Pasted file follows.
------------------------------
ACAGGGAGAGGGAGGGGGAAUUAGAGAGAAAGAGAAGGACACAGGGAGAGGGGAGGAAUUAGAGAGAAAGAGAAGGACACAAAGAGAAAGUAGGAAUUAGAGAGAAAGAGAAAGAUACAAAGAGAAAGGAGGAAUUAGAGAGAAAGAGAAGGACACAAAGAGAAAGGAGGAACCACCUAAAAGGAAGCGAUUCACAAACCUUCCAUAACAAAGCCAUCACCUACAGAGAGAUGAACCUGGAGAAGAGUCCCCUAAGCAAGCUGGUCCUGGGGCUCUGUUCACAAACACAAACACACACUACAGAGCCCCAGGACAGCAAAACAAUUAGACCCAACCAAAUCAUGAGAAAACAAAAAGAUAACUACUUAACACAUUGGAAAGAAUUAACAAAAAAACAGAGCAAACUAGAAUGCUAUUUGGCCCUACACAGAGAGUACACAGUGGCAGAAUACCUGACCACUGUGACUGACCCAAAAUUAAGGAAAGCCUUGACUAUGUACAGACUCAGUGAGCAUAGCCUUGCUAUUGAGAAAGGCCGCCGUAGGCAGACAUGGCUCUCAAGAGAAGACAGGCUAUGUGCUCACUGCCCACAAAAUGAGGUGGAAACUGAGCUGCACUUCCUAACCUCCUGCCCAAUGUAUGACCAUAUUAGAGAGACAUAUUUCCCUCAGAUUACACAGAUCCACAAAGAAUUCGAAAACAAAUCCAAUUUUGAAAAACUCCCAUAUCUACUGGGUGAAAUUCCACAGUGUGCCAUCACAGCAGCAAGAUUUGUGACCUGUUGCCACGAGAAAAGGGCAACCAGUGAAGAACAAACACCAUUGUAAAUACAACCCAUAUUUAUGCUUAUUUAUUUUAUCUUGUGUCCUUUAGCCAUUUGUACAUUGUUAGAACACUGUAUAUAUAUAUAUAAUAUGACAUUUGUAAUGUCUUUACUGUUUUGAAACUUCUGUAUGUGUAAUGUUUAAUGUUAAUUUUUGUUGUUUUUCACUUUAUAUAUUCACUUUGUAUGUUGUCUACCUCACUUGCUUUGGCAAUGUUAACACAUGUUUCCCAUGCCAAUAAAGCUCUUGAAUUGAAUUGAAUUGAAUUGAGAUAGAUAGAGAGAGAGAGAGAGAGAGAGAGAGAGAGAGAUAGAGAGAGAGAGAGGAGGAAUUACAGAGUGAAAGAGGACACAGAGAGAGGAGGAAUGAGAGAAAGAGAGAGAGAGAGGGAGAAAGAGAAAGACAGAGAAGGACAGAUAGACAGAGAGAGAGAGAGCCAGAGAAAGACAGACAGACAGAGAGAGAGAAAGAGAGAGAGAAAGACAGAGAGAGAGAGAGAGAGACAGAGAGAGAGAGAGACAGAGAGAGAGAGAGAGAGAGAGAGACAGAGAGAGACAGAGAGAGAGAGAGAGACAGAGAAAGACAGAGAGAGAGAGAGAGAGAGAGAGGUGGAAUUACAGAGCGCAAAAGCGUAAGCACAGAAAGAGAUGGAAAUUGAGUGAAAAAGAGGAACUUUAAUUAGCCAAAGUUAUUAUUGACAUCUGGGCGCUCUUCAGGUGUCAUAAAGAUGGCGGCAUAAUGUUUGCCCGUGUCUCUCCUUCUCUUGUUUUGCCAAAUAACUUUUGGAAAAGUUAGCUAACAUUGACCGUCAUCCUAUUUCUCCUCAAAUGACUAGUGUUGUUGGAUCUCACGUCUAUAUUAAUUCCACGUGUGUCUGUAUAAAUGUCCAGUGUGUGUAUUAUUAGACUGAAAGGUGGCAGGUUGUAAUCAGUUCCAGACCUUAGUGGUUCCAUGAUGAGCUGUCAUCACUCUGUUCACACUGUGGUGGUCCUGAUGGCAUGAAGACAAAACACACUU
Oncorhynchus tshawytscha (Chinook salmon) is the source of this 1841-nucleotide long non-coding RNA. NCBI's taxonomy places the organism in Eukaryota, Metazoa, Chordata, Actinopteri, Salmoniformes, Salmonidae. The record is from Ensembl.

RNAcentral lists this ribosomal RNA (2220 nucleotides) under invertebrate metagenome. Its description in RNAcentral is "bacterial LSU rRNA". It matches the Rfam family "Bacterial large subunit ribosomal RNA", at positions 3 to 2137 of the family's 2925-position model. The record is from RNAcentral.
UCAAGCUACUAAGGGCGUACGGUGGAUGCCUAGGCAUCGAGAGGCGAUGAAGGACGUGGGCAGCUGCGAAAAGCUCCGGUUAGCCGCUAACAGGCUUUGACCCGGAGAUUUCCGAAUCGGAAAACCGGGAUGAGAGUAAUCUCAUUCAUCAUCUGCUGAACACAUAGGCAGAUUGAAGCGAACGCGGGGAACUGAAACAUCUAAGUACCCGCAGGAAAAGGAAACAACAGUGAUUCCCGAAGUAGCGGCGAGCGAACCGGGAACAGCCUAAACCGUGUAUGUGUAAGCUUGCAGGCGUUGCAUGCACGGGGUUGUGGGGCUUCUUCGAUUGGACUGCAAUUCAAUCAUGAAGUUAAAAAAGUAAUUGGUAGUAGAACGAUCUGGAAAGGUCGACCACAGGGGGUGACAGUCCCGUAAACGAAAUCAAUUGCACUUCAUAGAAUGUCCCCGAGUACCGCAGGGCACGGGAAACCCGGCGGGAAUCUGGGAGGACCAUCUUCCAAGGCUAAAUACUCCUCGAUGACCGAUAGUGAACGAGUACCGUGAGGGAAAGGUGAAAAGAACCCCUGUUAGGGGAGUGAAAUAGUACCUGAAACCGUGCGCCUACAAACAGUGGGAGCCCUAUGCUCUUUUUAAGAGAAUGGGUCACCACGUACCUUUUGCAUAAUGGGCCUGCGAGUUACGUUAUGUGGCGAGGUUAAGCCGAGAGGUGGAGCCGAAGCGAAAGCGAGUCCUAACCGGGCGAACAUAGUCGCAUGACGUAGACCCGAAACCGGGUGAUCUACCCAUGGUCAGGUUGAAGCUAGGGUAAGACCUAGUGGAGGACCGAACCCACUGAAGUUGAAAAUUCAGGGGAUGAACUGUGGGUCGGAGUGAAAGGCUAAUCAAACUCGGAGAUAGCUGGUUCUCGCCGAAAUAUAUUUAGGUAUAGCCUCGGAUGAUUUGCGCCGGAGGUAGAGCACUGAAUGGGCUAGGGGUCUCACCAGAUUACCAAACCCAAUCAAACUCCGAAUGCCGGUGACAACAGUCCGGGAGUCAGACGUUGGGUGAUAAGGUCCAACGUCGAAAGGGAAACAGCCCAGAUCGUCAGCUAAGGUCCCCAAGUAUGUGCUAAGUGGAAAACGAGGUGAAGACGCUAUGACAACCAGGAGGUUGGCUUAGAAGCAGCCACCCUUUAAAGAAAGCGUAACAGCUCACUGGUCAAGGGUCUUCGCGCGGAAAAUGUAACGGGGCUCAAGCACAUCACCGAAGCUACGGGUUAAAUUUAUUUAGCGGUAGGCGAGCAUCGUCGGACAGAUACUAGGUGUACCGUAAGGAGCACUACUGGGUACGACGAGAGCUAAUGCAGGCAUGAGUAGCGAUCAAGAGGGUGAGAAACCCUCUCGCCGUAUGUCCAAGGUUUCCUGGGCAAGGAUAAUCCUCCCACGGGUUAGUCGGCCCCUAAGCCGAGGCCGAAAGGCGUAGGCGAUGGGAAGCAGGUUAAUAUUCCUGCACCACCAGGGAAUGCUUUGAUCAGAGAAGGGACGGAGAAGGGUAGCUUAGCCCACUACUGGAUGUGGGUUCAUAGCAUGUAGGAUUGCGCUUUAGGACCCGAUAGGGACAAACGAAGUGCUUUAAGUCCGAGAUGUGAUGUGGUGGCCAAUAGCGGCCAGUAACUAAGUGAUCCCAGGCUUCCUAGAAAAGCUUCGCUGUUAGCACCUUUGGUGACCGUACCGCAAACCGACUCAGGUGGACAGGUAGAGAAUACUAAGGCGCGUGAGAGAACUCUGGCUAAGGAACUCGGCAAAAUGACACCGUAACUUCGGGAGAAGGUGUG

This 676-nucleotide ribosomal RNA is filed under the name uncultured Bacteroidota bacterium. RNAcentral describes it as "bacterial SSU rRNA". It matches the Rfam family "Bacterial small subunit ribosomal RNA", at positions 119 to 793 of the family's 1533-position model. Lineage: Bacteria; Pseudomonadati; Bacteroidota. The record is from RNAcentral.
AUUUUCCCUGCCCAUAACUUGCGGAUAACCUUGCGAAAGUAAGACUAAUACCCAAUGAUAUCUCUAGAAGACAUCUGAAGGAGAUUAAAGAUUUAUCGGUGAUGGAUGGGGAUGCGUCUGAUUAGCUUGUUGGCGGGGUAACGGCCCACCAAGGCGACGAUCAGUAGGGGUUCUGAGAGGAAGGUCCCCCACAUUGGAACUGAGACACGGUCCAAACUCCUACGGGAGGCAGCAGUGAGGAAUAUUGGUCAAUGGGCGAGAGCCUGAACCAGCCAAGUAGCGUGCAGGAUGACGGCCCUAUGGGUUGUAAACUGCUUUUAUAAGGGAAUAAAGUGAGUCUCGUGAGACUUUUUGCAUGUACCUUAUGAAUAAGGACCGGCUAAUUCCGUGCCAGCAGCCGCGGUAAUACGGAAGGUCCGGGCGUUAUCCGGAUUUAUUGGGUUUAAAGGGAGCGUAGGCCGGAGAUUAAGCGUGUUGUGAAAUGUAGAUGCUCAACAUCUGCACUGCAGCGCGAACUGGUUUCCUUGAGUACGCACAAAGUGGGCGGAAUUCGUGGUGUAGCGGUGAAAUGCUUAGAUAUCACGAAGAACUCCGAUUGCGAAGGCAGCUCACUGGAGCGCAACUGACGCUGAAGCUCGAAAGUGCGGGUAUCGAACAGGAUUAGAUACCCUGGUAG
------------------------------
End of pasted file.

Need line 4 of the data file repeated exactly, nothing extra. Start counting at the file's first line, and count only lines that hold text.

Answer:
UCAAGCUACUAAGGGCGUACGGUGGAUGCCUAGGCAUCGAGAGGCGAUGAAGGACGUGGGCAGCUGCGAAAAGCUCCGGUUAGCCGCUAACAGGCUUUGACCCGGAGAUUUCCGAAUCGGAAAACCGGGAUGAGAGUAAUCUCAUUCAUCAUCUGCUGAACACAUAGGCAGAUUGAAGCGAACGCGGGGAACUGAAACAUCUAAGUACCCGCAGGAAAAGGAAACAACAGUGAUUCCCGAAGUAGCGGCGAGCGAACCGGGAACAGCCUAAACCGUGUAUGUGUAAGCUUGCAGGCGUUGCAUGCACGGGGUUGUGGGGCUUCUUCGAUUGGACUGCAAUUCAAUCAUGAAGUUAAAAAAGUAAUUGGUAGUAGAACGAUCUGGAAAGGUCGACCACAGGGGGUGACAGUCCCGUAAACGAAAUCAAUUGCACUUCAUAGAAUGUCCCCGAGUACCGCAGGGCACGGGAAACCCGGCGGGAAUCUGGGAGGACCAUCUUCCAAGGCUAAAUACUCCUCGAUGACCGAUAGUGAACGAGUACCGUGAGGGAAAGGUGAAAAGAACCCCUGUUAGGGGAGUGAAAUAGUACCUGAAACCGUGCGCCUACAAACAGUGGGAGCCCUAUGCUCUUUUUAAGAGAAUGGGUCACCACGUACCUUUUGCAUAAUGGGCCUGCGAGUUACGUUAUGUGGCGAGGUUAAGCCGAGAGGUGGAGCCGAAGCGAAAGCGAGUCCUAACCGGGCGAACAUAGUCGCAUGACGUAGACCCGAAACCGGGUGAUCUACCCAUGGUCAGGUUGAAGCUAGGGUAAGACCUAGUGGAGGACCGAACCCACUGAAGUUGAAAAUUCAGGGGAUGAACUGUGGGUCGGAGUGAAAGGCUAAUCAAACUCGGAGAUAGCUGGUUCUCGCCGAAAUAUAUUUAGGUAUAGCCUCGGAUGAUUUGCGCCGGAGGUAGAGCACUGAAUGGGCUAGGGGUCUCACCAGAUUACCAAACCCAAUCAAACUCCGAAUGCCGGUGACAACAGUCCGGGAGUCAGACGUUGGGUGAUAAGGUCCAACGUCGAAAGGGAAACAGCCCAGAUCGUCAGCUAAGGUCCCCAAGUAUGUGCUAAGUGGAAAACGAGGUGAAGACGCUAUGACAACCAGGAGGUUGGCUUAGAAGCAGCCACCCUUUAAAGAAAGCGUAACAGCUCACUGGUCAAGGGUCUUCGCGCGGAAAAUGUAACGGGGCUCAAGCACAUCACCGAAGCUACGGGUUAAAUUUAUUUAGCGGUAGGCGAGCAUCGUCGGACAGAUACUAGGUGUACCGUAAGGAGCACUACUGGGUACGACGAGAGCUAAUGCAGGCAUGAGUAGCGAUCAAGAGGGUGAGAAACCCUCUCGCCGUAUGUCCAAGGUUUCCUGGGCAAGGAUAAUCCUCCCACGGGUUAGUCGGCCCCUAAGCCGAGGCCGAAAGGCGUAGGCGAUGGGAAGCAGGUUAAUAUUCCUGCACCACCAGGGAAUGCUUUGAUCAGAGAAGGGACGGAGAAGGGUAGCUUAGCCCACUACUGGAUGUGGGUUCAUAGCAUGUAGGAUUGCGCUUUAGGACCCGAUAGGGACAAACGAAGUGCUUUAAGUCCGAGAUGUGAUGUGGUGGCCAAUAGCGGCCAGUAACUAAGUGAUCCCAGGCUUCCUAGAAAAGCUUCGCUGUUAGCACCUUUGGUGACCGUACCGCAAACCGACUCAGGUGGACAGGUAGAGAAUACUAAGGCGCGUGAGAGAACUCUGGCUAAGGAACUCGGCAAAAUGACACCGUAACUUCGGGAGAAGGUGUG